Options option option ... Default: All Server config, virtual host, directory, .htaccess
The Options directive is unusually multipurpose and does not fit into any one site or strategic context, so we had better look at it on its own. It gives the webmaster some far-reaching control over what people get up to on their own sites.
The arguments can be preceded by "+" or "-", in which case they are added or removed. The following command, for example, adds Indexes but removes ExecCGI:
Options +Indexes -ExecCGI
If no options are set, and there is no <Limit> directive, the effect is as if All had been set, which means, of course, that MultiViews is not set. If any options are set, All is turned off. This has at least one odd effect: if you have an ... /htdocs directory without an index.html and a very simple Config file, and you access the site, you see a directory of ... /htdocs. For example:
User Webuser Group Webgroup ServerName www.butterthlies.com DocumentRoot /usr/www/site.ownindex/htdocs
If you add the line:
and access it again, you see the following rather baffling message:
FORBIDDEN You don't have permission to access / on this server
The reason is that when Options is not mentioned, it is, by default, set to All. By switching ExecCGI on, you switch all the others off, including Indexes. The cure for the problem is to edit the Config file so that the new line reads:
Similarly, if "+" or "-" are not used and multiple options could apply to a directory, the last most specific one is taken. For example:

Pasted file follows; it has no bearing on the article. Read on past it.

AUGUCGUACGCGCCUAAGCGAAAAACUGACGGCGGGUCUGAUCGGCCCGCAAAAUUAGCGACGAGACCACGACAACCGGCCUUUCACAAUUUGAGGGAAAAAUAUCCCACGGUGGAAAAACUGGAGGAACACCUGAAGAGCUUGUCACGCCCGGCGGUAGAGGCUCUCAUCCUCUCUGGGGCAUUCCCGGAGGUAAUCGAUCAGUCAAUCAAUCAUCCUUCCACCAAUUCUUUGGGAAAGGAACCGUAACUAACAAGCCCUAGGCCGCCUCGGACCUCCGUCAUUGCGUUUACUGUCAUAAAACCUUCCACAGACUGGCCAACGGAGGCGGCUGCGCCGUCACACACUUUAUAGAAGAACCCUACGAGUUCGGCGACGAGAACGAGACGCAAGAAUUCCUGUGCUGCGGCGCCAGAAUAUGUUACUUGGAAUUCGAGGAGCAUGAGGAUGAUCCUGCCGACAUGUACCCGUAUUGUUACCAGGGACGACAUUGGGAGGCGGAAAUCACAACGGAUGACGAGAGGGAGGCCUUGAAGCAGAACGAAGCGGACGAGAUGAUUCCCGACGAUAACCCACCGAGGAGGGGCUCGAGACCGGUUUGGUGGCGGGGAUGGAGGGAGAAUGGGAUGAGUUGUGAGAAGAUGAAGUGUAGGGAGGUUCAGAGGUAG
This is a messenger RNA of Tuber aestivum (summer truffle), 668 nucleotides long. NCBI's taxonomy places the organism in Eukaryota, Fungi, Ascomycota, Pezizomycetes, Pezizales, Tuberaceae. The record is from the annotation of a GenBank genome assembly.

Options ExecCGI Options Indexes
<Directory /web/docs> Options Indexes FollowSymLinks </Directory> <Directory /web/docs/specs> Options Includes </Directory>
Only Includes is set for /web/docs/specs.
3.11.1. FollowSymLinks, SymLinksIfOwnerMatch
When we saved disk space for our multiple copies of the Butterthlies catalogs by keeping the images bench.jpg, hen.jpg, bath.jpg, and tree.jpg in /usr/www/main_docs and making links to them, we used hard links. This is not always the best idea, because if someone deletes the file you have linked to and then recreates it, you stay linked to the old version with a hard link. With a soft, or symbolic, link, you link to the new version. To make one, use ln -s source_filename destination_filename.
However, there are security problems to do with other users on the same system. Imagine that one of them is a dubious character called Fred, who has his own webspace, ... /fred/public_html. Imagine that the webmaster has a CGI script called fido that lives in ... /cgi-bin and belongs to webuser. If the webmaster is wise, she has restricted read and execute permissions for this file to its owner and no one else. This, of course, allows web clients to use it because they also appear as webuser. As things stand, Fred cannot read the file. This is fine, and in line with our security policy of not letting anyone read CGI scripts. This denies them knowledge of any security holes.
Fred now sneakily makes a symbolic link to fido from his own webspace. In itself, this gets him nowhere. The file is as unreadable via symlink as it is in person. But if Fred now logs on to the Web (which he is perfectly entitled to do), accesses his own webspace and then the symlink to fido, he can read it because he now appears to the operating system as webuser.
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